I wish I could read these people's blogs.

What do you think?

Friday, November 12, 2010

Normal, damn it!

So, encouraging news on the (in)fertility front.

1. Sonohysterogram performed this week findings: Normal cavity, patent tubes. No fibroids, polyps or adhesions.

2. SA (semen analysis): All parameters normal. Better than normal in most cases.

3. Bloodwork: Normal as far as I know (I'm basing this on my last day 3 bloodwork done back in September...where my prolactin level was 18.8. We redid it for the RE, but I have no reason to believe any of the results were abnormal since no one has called me).

I'm not exactly sure where to go from here. On the one hand, 'Great! We're normal'...too bad that doesn't equal PREGNANT. On the other hand, I almost wanted there to be SOMETHING just so that there would be something to fix! I'm tired of our reproductive history being such a head scratcher. Plus I still have no reason for the on-going spotting I'm having before each period. Do we proceed with (EXPENSIVE) IUI treatments when nothing in our history or results seems to warrant them? I know we technically got pregnant on our own the first time...but it took 8 months and was abnormal from the start. The RE said that if a normal healthy woman isn't pregnant in 3 to 6 months of properly timed intercourse then you've likely got a problem. But what that problem might be they seem to have few answers for.

I think I'll have to mull this over some more. I mean technically it's *only* been 3 months of 'properly timed' intercourse that have resulted in no pregnancy for us...but how long do we wait? And what, with medical intervention, are we trying to fix if all of our results are just fine?


Oh, and just for the extra added cherry on top today my husband got an e-mail from the friends that I referred back to in this post. They will be home from Singapore at Christmas for a visit the way...their baby is due the end of April (right around Aidan's first 'dirthday').

Super. Can't wait to see them.

How long did it take for you to get pregnant? Did it feel like forever at the time?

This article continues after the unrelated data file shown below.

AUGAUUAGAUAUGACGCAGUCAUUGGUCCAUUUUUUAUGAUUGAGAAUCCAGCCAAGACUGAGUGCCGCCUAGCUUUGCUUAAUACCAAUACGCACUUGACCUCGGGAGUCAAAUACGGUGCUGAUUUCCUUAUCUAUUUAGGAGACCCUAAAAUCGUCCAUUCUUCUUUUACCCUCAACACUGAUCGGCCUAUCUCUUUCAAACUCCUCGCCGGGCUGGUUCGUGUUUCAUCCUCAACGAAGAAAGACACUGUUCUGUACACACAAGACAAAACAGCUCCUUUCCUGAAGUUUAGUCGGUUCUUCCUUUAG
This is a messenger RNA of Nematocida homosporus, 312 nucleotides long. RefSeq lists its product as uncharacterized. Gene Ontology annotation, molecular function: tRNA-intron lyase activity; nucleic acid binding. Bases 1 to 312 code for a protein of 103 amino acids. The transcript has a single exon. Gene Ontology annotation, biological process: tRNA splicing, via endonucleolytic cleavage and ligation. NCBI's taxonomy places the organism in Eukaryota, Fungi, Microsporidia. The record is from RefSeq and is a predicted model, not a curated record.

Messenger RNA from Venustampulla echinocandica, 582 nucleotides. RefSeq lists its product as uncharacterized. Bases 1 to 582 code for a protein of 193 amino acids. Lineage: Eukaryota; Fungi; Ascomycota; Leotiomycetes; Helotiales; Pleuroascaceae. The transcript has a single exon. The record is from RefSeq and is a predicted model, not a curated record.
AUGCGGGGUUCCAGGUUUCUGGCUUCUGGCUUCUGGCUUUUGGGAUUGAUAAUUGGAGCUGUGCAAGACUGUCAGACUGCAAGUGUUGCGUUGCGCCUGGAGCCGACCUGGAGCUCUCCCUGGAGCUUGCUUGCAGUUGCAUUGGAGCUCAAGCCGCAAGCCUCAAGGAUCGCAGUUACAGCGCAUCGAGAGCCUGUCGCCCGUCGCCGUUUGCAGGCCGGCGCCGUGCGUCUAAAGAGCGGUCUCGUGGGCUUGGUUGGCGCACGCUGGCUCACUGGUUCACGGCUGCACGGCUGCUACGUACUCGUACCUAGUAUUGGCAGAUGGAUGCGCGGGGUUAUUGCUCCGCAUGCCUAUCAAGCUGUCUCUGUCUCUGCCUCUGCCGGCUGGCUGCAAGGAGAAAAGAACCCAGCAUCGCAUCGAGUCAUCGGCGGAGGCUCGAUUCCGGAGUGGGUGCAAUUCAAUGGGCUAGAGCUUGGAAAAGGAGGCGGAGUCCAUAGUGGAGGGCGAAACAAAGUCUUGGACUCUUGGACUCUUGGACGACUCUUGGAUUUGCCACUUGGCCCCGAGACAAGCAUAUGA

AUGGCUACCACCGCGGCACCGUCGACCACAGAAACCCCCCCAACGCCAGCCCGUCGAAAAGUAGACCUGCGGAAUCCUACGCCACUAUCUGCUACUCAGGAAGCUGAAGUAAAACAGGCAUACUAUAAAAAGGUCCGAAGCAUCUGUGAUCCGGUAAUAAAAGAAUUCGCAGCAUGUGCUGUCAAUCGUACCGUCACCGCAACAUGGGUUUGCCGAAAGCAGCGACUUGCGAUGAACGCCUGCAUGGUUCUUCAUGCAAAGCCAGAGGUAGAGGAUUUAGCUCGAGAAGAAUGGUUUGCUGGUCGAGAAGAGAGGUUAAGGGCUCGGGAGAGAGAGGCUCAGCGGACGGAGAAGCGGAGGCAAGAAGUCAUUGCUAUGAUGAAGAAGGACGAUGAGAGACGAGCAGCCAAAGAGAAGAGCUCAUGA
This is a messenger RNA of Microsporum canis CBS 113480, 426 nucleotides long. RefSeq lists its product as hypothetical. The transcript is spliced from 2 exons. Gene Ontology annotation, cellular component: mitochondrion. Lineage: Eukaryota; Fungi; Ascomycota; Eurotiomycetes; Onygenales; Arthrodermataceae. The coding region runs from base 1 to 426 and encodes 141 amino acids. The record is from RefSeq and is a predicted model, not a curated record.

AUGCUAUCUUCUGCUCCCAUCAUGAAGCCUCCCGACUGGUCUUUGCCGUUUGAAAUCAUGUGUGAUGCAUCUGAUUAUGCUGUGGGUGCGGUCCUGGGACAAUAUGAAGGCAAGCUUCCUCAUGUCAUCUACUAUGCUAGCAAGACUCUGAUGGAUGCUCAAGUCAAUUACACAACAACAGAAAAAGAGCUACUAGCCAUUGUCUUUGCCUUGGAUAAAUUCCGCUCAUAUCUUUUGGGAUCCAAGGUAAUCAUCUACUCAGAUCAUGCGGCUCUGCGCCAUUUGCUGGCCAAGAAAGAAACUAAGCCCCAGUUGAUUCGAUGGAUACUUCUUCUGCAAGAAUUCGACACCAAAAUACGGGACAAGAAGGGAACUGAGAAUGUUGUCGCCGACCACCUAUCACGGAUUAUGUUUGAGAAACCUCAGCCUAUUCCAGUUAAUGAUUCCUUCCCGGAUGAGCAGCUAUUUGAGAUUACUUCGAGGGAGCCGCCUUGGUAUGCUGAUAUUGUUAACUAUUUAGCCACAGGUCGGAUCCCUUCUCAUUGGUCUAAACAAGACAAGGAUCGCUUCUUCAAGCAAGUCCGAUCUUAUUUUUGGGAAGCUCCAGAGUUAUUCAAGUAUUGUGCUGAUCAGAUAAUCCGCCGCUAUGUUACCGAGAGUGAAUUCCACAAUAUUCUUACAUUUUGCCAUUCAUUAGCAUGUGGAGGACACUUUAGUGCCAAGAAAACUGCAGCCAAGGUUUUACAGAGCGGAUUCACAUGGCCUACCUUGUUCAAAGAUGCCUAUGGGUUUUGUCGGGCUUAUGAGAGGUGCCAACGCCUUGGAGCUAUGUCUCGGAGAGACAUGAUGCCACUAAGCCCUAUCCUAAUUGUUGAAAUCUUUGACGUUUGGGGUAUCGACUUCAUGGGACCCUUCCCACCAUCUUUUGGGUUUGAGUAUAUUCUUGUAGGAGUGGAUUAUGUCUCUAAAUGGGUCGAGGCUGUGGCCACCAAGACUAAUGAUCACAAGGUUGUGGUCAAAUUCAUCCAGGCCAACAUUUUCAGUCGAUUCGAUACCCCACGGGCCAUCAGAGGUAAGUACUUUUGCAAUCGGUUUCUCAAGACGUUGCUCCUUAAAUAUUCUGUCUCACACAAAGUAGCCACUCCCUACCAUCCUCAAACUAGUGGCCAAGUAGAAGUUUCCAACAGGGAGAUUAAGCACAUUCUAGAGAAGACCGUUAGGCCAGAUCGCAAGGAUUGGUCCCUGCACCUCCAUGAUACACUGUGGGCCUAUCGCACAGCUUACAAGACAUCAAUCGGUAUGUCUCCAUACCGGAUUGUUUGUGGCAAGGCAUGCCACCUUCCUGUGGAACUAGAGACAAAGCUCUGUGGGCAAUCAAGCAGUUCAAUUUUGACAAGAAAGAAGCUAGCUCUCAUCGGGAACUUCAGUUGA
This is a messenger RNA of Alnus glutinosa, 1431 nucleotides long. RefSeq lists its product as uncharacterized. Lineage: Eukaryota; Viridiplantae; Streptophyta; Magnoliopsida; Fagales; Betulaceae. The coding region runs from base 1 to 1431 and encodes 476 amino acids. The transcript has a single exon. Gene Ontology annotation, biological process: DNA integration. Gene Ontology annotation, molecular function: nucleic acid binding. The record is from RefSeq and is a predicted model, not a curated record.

Wednesday, November 10, 2010

The Husband

Recently I've noticed that while I might be coping slightly *better* with Aidan's death, my husband seems to be having an increasingly rough time with it. I'm not sure exactly why this is. It could be due to many things. For example, since I now work evenings 4 days a week, my husband comes home from work, prepares his own dinner and then sits around by himself for a few hours before I get home. Moping around by yourself in the early darkness of fall is not the most uplifting thing in the world.

It could also be the often referred to idea that only one half of a partnership is *allowed* to fall apart at a time. I remember hearing this old adage when my friend's cousin died. Her parents were a mess for months and then as they started to 'feel better', their son started to have an increasingly difficult time with his sister's death. It's like he was just waiting to have his time to grieve when he knew his parents would be stronger to support him. If this is the case with my husband, I'm okay with it. I do feel stronger now. Strong enough to do more of the housework, more of the 'hey let's go out and do something fun today!' prodding, and strong enough to just let him mope if that's what he needs to do, without it totally consuming me. I'm sad still too...but I'm finding it easier to pick myself up after a day or two of wallowing and move on. If my husband is needing help with this right now, I can deal with that.